Standardize & Automate

Some questions in a Data Card will require more effort and thought than others, which can impact your approach to standardizing or automating answers.

Some fields will be easier to standardize, such as a choice between different data modalities that can be used to describe multiple datasets; or information about upstream data sources that are unlikely to change across datasets. Similarly, fields that require repeated work to maintain recency and accuracy are easier to automate. Make sure you’re standardizing and automating the right things.

Automate and standardize responses that are less likely to change over time and across contexts.

Transparency artifacts document certain immutable facts and information that are resilient to upstream and downstream changes. Many times, this information is unstructured and cannot be learned from the dataset itself, though it always remains true and when absent, can easily introduce assumptions.

Automate and standardize both structured and unstructured information that rarely changes and remains relevant across a variety of contexts to ensure accuracy.

GEM Data Card use standard responses in the form of key-value attributes. This makes it easy for readers to compare and contrast different datasets that belong to the same collection. Where possible, reference standards to write your answers. If you need to create a new standard typing, format it in a style similar to existing standards so readers can understand and contextualize your answer seamlessly.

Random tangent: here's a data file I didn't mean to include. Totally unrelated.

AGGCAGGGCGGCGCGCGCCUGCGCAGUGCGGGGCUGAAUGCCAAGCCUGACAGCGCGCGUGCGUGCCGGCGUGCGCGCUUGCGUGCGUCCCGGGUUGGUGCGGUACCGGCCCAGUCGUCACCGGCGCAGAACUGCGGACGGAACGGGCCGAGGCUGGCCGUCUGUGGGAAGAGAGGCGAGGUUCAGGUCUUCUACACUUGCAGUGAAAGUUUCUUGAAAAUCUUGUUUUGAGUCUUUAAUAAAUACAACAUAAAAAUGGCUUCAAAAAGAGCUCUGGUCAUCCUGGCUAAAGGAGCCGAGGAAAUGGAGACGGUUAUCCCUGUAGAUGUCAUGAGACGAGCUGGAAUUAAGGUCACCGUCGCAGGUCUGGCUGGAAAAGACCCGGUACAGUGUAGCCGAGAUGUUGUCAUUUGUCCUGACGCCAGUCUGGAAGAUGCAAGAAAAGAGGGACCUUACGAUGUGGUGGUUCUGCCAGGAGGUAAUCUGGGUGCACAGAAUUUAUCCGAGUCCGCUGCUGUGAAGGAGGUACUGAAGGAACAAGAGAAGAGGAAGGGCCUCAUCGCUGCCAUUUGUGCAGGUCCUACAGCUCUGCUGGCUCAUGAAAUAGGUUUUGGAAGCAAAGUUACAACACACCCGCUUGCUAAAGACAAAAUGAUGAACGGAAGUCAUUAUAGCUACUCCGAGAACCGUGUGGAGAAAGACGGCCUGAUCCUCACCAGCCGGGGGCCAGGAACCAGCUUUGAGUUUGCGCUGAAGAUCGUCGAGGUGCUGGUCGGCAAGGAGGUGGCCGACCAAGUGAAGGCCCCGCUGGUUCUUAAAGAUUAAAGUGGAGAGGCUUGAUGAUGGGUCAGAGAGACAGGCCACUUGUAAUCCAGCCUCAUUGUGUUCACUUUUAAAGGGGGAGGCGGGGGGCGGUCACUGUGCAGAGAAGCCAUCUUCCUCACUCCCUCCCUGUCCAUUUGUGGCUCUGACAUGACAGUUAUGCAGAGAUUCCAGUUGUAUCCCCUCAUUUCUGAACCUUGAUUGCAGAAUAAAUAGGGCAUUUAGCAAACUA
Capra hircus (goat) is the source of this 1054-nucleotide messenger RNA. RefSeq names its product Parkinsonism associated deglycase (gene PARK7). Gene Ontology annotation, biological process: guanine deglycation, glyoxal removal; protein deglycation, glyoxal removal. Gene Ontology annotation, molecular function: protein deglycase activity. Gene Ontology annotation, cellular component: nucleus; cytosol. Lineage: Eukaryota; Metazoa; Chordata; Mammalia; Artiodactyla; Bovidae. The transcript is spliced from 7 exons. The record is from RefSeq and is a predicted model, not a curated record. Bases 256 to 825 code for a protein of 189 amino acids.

In certain contexts, automating answers can hide attributions necessary for trust.

Some answers require human accountability to be trusted, such as those about labeling policies or outcomes for marginalized communities. These are characterized by additional explanations or evidence, and should necessarily be traced back to a person.

Avoid automating these answers entirely, even if the processes used to arrive at results utilize automated tooling. Instead, automate answers that require inspectable calculation and/or algorithms to be trusted, such as an analysis that uses a Python package for floating point computation.

Data Cards in GEMcollect information about the broader social context of datasets. These are hard to automate or standardize, and in some cases, can lead to vague, contradictory, or missing answers. Provide readers with guides to help them interpret the meaning of basic standard terms (Yes, No, Maybe, or Unsure) in their AI contexts.